“94% of executives are unsatisfied with innovation performance”. Yet “84% see innovation as important to growth”! Whilst “54% of companies struggle to bridge the gap between innovation and business”. Worse; “very few executives know what the problem is and how to fix it”! So we end up with little more than innovation theater.
This is the innovation problem.
It's great that we nearly all recognise innovation as important to growth. At the fundamental level we all see that we need to keep and get the next customer. And to do that we need to keep our offerings fresh. But sadly our efforts usually fail to achieve tangible outputs that move bottom lines. Leading to the 94% of execs being unsatisfied with innovation performance.
Our "solutions" come from following today's trends - innovation competitions, open innovation, latest tool from innovation consultants. We drive a lot of innovation activities. These make us - innovation officers, sponsoring executives, and those involved - initially feel great. But, be honet with youself. How much has resulted in tangible output. Unfortunately, we end up performing a lot of innovation theatre.
We don’t appreciate how inefficient “ideas-first” approaches are. We get misalignment with strategy, poor quality, miscommunications, ideas we can't execute and so on. Yet we pat ourselves on the back, saying this was fun, convincing ourselves that the intangible team and spirit building we've done has great future benefits. And we can tell shareholders that we are innovative. And of course, innovation is hard isn't it - we'll get those tangible outputs eventually!
That "very few executives know what the problem is and how to fix it" is not surprising if we take today's context. Innovation is seen as something separate. Being done as an add-on or a bolt-on. Our innovation theories, as well as practices, are developed from observing manufacturing industries decades, if not centuries ago. Yet our economies are service economies.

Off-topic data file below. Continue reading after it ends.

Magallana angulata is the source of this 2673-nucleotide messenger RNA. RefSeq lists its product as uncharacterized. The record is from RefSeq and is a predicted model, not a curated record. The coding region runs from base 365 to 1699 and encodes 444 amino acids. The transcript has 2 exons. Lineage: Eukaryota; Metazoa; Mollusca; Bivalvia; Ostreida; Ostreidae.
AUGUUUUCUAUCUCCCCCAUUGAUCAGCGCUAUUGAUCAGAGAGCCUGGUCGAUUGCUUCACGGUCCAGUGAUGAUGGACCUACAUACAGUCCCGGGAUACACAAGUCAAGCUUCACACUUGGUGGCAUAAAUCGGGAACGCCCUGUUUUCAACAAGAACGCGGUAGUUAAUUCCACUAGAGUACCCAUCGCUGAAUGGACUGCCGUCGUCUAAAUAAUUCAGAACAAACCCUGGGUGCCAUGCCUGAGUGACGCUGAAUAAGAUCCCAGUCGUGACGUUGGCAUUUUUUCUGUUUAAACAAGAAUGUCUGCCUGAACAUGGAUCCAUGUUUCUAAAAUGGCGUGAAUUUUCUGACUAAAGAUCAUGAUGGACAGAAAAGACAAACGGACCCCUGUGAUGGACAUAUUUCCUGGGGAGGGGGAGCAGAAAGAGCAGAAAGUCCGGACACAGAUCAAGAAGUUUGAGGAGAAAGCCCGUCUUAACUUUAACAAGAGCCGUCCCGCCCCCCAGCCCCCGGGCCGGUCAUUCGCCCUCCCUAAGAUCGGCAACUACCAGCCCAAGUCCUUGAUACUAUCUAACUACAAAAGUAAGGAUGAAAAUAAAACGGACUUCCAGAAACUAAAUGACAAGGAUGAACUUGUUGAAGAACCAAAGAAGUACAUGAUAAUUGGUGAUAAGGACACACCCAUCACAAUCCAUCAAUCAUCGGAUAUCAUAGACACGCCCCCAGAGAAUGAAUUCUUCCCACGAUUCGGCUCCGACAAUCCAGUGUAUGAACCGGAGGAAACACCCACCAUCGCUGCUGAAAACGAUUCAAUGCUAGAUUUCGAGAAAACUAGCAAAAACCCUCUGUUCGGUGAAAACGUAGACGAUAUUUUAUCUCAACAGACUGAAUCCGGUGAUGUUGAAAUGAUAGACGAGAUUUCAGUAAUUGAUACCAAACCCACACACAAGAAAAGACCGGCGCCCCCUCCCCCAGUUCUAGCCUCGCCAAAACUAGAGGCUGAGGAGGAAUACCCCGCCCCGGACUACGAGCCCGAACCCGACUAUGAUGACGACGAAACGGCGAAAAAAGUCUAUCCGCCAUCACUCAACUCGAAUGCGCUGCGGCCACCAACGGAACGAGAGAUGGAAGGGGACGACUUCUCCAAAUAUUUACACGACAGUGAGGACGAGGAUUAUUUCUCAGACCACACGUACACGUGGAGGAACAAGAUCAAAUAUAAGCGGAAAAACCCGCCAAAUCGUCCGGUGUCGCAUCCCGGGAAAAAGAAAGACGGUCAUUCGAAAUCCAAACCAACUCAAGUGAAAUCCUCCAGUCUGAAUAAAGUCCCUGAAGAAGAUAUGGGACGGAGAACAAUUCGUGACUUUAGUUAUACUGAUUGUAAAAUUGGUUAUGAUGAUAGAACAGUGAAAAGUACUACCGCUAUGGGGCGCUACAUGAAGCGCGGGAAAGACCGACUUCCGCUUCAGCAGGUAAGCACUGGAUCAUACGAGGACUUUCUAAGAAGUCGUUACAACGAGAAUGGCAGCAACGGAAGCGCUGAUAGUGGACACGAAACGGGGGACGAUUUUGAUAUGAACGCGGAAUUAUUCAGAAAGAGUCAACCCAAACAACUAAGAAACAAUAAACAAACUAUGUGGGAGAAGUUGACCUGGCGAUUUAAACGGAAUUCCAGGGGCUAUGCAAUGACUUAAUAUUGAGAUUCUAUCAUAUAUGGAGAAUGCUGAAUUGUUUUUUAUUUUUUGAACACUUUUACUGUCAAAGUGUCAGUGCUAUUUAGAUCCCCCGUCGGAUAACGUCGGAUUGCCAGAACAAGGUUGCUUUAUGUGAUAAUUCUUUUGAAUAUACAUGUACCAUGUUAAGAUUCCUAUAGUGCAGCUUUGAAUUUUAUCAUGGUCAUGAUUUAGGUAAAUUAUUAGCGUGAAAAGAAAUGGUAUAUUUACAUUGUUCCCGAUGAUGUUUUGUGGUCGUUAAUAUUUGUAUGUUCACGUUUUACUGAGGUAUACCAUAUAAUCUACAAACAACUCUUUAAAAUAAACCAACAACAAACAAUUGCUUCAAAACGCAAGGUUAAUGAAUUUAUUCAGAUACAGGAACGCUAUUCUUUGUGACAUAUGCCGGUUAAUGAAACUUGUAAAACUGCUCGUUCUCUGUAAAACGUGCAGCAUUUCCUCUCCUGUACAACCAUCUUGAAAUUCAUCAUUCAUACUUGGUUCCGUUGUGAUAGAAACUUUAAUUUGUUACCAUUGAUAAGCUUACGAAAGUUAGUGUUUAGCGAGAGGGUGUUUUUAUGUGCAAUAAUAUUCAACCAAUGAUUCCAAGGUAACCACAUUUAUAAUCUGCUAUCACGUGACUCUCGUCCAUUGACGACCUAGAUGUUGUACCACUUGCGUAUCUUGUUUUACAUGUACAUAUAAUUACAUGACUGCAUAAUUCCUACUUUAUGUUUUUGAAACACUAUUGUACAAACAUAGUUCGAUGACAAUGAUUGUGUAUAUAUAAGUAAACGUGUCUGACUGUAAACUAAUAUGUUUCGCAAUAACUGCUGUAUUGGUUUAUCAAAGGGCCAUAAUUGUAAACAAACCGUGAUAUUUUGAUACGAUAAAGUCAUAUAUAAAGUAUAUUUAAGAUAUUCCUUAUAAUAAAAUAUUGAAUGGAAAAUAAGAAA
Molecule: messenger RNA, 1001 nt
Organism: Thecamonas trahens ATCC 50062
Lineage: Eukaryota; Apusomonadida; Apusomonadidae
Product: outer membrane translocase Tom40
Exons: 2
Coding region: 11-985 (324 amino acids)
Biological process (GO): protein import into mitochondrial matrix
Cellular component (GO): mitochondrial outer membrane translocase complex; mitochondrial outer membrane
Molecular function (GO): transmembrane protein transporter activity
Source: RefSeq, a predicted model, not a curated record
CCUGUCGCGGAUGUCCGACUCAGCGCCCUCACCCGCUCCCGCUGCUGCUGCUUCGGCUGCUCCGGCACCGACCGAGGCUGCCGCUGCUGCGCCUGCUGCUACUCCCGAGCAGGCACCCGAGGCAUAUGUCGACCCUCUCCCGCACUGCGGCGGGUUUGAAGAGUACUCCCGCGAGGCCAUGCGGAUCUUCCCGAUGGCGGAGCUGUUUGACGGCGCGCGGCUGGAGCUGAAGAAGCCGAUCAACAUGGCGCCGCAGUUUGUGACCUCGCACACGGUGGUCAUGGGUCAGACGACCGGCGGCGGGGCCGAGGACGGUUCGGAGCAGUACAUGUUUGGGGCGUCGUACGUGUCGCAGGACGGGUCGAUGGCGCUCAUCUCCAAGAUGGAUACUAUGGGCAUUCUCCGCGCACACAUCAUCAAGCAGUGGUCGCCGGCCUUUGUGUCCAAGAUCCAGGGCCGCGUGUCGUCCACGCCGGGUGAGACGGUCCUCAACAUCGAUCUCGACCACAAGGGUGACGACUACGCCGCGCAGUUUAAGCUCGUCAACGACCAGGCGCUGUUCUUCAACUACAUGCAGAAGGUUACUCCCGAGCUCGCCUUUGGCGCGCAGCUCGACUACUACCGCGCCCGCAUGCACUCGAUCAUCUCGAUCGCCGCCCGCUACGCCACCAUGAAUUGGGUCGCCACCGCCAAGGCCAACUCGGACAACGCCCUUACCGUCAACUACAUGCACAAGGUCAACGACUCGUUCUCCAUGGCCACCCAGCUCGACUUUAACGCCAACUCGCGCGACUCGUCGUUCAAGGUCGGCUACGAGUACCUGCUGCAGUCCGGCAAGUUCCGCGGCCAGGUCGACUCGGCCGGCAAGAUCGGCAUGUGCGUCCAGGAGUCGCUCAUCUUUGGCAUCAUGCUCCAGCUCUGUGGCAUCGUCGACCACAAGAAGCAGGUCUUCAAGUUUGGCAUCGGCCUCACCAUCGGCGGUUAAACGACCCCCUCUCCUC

And we have forgotten the basics, that have been known for decades. That “the firm has two, and only two activities: marketing and innovation” (Drucker, 1954). And that “people don’t want to buy a 1/4 inch drill; they want a 1/4 inch hole” (Levett, 1975).
No wonder McKinsey found 94% of executives are unhappy with innovation performance.
But, I believe we can fix this...
This is the work in progress on this site. I believe we can fix the innovation problem. And to do so, we just need to think differently about:
This is the innovation solution.
And it is based in using a service-dominant logic lens to see the world. Along the way we find a natural home for modern theories such as Christensen's Jobs-to-be-done, Kim & Mauborgne's Blue Ocean, agile approaches and more. And, we minimise marketing myopia. Systematically search for growth. And address the circular economy as an obvious part of value proposition.
Check out The Progress Economy - my operational lens on the way the world works - it enables the systematic hunting of innovation and growth. It is built from the ideas explored on this site.
We start with a better (more correct) view of value.